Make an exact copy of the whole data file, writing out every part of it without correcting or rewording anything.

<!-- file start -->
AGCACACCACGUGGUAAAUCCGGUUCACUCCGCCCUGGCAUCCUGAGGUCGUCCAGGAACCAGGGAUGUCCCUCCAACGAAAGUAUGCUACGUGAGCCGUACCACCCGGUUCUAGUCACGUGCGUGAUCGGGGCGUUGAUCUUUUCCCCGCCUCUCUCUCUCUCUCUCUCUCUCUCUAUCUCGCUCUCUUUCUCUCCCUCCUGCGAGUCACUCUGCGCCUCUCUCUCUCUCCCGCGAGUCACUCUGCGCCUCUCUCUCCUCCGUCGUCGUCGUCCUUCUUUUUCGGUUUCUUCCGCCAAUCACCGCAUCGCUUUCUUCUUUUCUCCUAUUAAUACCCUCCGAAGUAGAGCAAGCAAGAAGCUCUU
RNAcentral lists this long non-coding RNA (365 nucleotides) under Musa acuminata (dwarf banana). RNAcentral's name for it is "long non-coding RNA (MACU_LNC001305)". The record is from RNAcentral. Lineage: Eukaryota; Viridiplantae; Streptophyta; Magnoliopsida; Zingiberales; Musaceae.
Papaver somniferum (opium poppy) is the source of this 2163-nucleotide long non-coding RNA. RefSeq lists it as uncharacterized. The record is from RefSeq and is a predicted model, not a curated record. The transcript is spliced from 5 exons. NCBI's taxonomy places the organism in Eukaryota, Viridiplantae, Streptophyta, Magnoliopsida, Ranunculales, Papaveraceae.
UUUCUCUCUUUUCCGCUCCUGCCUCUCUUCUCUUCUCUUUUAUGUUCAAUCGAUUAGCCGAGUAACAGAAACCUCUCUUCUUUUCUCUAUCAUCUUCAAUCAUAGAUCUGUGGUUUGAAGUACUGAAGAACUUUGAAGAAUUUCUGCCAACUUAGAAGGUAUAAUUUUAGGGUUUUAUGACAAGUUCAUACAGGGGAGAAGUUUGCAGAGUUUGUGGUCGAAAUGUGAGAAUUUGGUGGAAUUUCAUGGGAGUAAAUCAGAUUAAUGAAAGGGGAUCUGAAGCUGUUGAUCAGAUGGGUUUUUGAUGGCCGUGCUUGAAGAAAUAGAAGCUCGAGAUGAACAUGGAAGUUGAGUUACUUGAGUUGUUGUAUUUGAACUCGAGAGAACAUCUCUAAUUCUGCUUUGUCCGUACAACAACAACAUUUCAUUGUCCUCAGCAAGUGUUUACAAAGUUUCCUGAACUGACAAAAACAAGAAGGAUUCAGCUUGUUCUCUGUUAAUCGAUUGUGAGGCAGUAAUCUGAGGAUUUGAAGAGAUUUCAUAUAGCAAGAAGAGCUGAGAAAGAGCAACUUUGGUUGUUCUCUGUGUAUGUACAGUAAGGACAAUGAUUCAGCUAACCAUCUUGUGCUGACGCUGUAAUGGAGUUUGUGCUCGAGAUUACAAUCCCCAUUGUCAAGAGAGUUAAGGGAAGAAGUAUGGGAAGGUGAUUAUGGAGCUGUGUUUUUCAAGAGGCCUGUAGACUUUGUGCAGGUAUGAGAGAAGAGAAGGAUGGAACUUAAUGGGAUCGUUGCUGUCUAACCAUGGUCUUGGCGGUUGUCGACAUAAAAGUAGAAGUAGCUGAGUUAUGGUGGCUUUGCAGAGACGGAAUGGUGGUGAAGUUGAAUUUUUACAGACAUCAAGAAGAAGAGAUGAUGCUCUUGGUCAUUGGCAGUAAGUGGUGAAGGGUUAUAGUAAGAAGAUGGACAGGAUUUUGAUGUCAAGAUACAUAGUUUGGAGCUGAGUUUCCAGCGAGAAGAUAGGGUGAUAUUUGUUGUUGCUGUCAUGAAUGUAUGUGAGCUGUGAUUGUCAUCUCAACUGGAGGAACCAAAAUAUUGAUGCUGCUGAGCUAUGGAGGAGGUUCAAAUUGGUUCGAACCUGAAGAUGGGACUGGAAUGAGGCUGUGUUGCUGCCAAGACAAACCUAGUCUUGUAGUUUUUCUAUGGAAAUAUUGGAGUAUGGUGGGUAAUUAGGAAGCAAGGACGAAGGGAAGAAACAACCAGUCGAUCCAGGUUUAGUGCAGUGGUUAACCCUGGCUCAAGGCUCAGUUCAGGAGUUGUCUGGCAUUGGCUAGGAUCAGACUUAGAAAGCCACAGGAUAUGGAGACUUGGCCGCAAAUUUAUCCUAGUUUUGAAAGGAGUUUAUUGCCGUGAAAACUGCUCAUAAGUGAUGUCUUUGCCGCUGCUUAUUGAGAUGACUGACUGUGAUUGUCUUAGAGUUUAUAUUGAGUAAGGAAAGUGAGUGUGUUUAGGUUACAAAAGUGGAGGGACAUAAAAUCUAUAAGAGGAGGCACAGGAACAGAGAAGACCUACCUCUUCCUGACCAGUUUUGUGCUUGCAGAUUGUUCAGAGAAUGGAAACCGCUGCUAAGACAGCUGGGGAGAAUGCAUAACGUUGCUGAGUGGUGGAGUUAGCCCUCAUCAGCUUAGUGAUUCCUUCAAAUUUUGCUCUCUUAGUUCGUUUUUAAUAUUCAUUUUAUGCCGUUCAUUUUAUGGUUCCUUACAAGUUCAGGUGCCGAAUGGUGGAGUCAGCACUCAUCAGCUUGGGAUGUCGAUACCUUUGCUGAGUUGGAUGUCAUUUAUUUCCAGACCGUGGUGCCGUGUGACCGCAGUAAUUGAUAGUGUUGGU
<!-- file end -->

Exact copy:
AGCACACCACGUGGUAAAUCCGGUUCACUCCGCCCUGGCAUCCUGAGGUCGUCCAGGAACCAGGGAUGUCCCUCCAACGAAAGUAUGCUACGUGAGCCGUACCACCCGGUUCUAGUCACGUGCGUGAUCGGGGCGUUGAUCUUUUCCCCGCCUCUCUCUCUCUCUCUCUCUCUCUCUAUCUCGCUCUCUUUCUCUCCCUCCUGCGAGUCACUCUGCGCCUCUCUCUCUCUCCCGCGAGUCACUCUGCGCCUCUCUCUCCUCCGUCGUCGUCGUCCUUCUUUUUCGGUUUCUUCCGCCAAUCACCGCAUCGCUUUCUUCUUUUCUCCUAUUAAUACCCUCCGAAGUAGAGCAAGCAAGAAGCUCUU
RNAcentral lists this long non-coding RNA (365 nucleotides) under Musa acuminata (dwarf banana). RNAcentral's name for it is "long non-coding RNA (MACU_LNC001305)". The record is from RNAcentral. Lineage: Eukaryota; Viridiplantae; Streptophyta; Magnoliopsida; Zingiberales; Musaceae.
Papaver somniferum (opium poppy) is the source of this 2163-nucleotide long non-coding RNA. RefSeq lists it as uncharacterized. The record is from RefSeq and is a predicted model, not a curated record. The transcript is spliced from 5 exons. NCBI's taxonomy places the organism in Eukaryota, Viridiplantae, Streptophyta, Magnoliopsida, Ranunculales, Papaveraceae.
UUUCUCUCUUUUCCGCUCCUGCCUCUCUUCUCUUCUCUUUUAUGUUCAAUCGAUUAGCCGAGUAACAGAAACCUCUCUUCUUUUCUCUAUCAUCUUCAAUCAUAGAUCUGUGGUUUGAAGUACUGAAGAACUUUGAAGAAUUUCUGCCAACUUAGAAGGUAUAAUUUUAGGGUUUUAUGACAAGUUCAUACAGGGGAGAAGUUUGCAGAGUUUGUGGUCGAAAUGUGAGAAUUUGGUGGAAUUUCAUGGGAGUAAAUCAGAUUAAUGAAAGGGGAUCUGAAGCUGUUGAUCAGAUGGGUUUUUGAUGGCCGUGCUUGAAGAAAUAGAAGCUCGAGAUGAACAUGGAAGUUGAGUUACUUGAGUUGUUGUAUUUGAACUCGAGAGAACAUCUCUAAUUCUGCUUUGUCCGUACAACAACAACAUUUCAUUGUCCUCAGCAAGUGUUUACAAAGUUUCCUGAACUGACAAAAACAAGAAGGAUUCAGCUUGUUCUCUGUUAAUCGAUUGUGAGGCAGUAAUCUGAGGAUUUGAAGAGAUUUCAUAUAGCAAGAAGAGCUGAGAAAGAGCAACUUUGGUUGUUCUCUGUGUAUGUACAGUAAGGACAAUGAUUCAGCUAACCAUCUUGUGCUGACGCUGUAAUGGAGUUUGUGCUCGAGAUUACAAUCCCCAUUGUCAAGAGAGUUAAGGGAAGAAGUAUGGGAAGGUGAUUAUGGAGCUGUGUUUUUCAAGAGGCCUGUAGACUUUGUGCAGGUAUGAGAGAAGAGAAGGAUGGAACUUAAUGGGAUCGUUGCUGUCUAACCAUGGUCUUGGCGGUUGUCGACAUAAAAGUAGAAGUAGCUGAGUUAUGGUGGCUUUGCAGAGACGGAAUGGUGGUGAAGUUGAAUUUUUACAGACAUCAAGAAGAAGAGAUGAUGCUCUUGGUCAUUGGCAGUAAGUGGUGAAGGGUUAUAGUAAGAAGAUGGACAGGAUUUUGAUGUCAAGAUACAUAGUUUGGAGCUGAGUUUCCAGCGAGAAGAUAGGGUGAUAUUUGUUGUUGCUGUCAUGAAUGUAUGUGAGCUGUGAUUGUCAUCUCAACUGGAGGAACCAAAAUAUUGAUGCUGCUGAGCUAUGGAGGAGGUUCAAAUUGGUUCGAACCUGAAGAUGGGACUGGAAUGAGGCUGUGUUGCUGCCAAGACAAACCUAGUCUUGUAGUUUUUCUAUGGAAAUAUUGGAGUAUGGUGGGUAAUUAGGAAGCAAGGACGAAGGGAAGAAACAACCAGUCGAUCCAGGUUUAGUGCAGUGGUUAACCCUGGCUCAAGGCUCAGUUCAGGAGUUGUCUGGCAUUGGCUAGGAUCAGACUUAGAAAGCCACAGGAUAUGGAGACUUGGCCGCAAAUUUAUCCUAGUUUUGAAAGGAGUUUAUUGCCGUGAAAACUGCUCAUAAGUGAUGUCUUUGCCGCUGCUUAUUGAGAUGACUGACUGUGAUUGUCUUAGAGUUUAUAUUGAGUAAGGAAAGUGAGUGUGUUUAGGUUACAAAAGUGGAGGGACAUAAAAUCUAUAAGAGGAGGCACAGGAACAGAGAAGACCUACCUCUUCCUGACCAGUUUUGUGCUUGCAGAUUGUUCAGAGAAUGGAAACCGCUGCUAAGACAGCUGGGGAGAAUGCAUAACGUUGCUGAGUGGUGGAGUUAGCCCUCAUCAGCUUAGUGAUUCCUUCAAAUUUUGCUCUCUUAGUUCGUUUUUAAUAUUCAUUUUAUGCCGUUCAUUUUAUGGUUCCUUACAAGUUCAGGUGCCGAAUGGUGGAGUCAGCACUCAUCAGCUUGGGAUGUCGAUACCUUUGCUGAGUUGGAUGUCAUUUAUUUCCAGACCGUGGUGCCGUGUGACCGCAGUAAUUGAUAGUGUUGGU